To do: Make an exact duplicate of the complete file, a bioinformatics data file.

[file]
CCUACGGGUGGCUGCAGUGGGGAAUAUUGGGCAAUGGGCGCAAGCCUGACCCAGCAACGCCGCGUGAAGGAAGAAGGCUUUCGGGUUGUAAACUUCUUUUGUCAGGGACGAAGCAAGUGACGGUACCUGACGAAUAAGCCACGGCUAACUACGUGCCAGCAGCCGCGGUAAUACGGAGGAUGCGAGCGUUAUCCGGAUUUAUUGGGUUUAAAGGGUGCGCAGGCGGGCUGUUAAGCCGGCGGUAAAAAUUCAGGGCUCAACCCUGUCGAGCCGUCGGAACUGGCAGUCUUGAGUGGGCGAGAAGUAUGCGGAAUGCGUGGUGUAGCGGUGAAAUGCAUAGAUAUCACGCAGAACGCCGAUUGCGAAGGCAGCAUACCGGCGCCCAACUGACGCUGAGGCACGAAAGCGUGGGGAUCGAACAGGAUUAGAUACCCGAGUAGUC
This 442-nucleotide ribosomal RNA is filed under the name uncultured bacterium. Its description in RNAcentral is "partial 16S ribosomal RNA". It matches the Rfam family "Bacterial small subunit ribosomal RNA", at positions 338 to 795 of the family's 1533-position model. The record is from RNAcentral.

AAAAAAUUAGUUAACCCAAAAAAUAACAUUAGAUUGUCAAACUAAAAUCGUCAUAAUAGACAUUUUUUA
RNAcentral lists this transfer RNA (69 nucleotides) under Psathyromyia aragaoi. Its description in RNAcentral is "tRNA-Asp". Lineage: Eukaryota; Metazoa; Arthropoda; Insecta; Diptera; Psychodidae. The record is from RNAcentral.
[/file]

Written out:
CCUACGGGUGGCUGCAGUGGGGAAUAUUGGGCAAUGGGCGCAAGCCUGACCCAGCAACGCCGCGUGAAGGAAGAAGGCUUUCGGGUUGUAAACUUCUUUUGUCAGGGACGAAGCAAGUGACGGUACCUGACGAAUAAGCCACGGCUAACUACGUGCCAGCAGCCGCGGUAAUACGGAGGAUGCGAGCGUUAUCCGGAUUUAUUGGGUUUAAAGGGUGCGCAGGCGGGCUGUUAAGCCGGCGGUAAAAAUUCAGGGCUCAACCCUGUCGAGCCGUCGGAACUGGCAGUCUUGAGUGGGCGAGAAGUAUGCGGAAUGCGUGGUGUAGCGGUGAAAUGCAUAGAUAUCACGCAGAACGCCGAUUGCGAAGGCAGCAUACCGGCGCCCAACUGACGCUGAGGCACGAAAGCGUGGGGAUCGAACAGGAUUAGAUACCCGAGUAGUC
This 442-nucleotide ribosomal RNA is filed under the name uncultured bacterium. Its description in RNAcentral is "partial 16S ribosomal RNA". It matches the Rfam family "Bacterial small subunit ribosomal RNA", at positions 338 to 795 of the family's 1533-position model. The record is from RNAcentral.

AAAAAAUUAGUUAACCCAAAAAAUAACAUUAGAUUGUCAAACUAAAAUCGUCAUAAUAGACAUUUUUUA
RNAcentral lists this transfer RNA (69 nucleotides) under Psathyromyia aragaoi. Its description in RNAcentral is "tRNA-Asp". Lineage: Eukaryota; Metazoa; Arthropoda; Insecta; Diptera; Psychodidae. The record is from RNAcentral.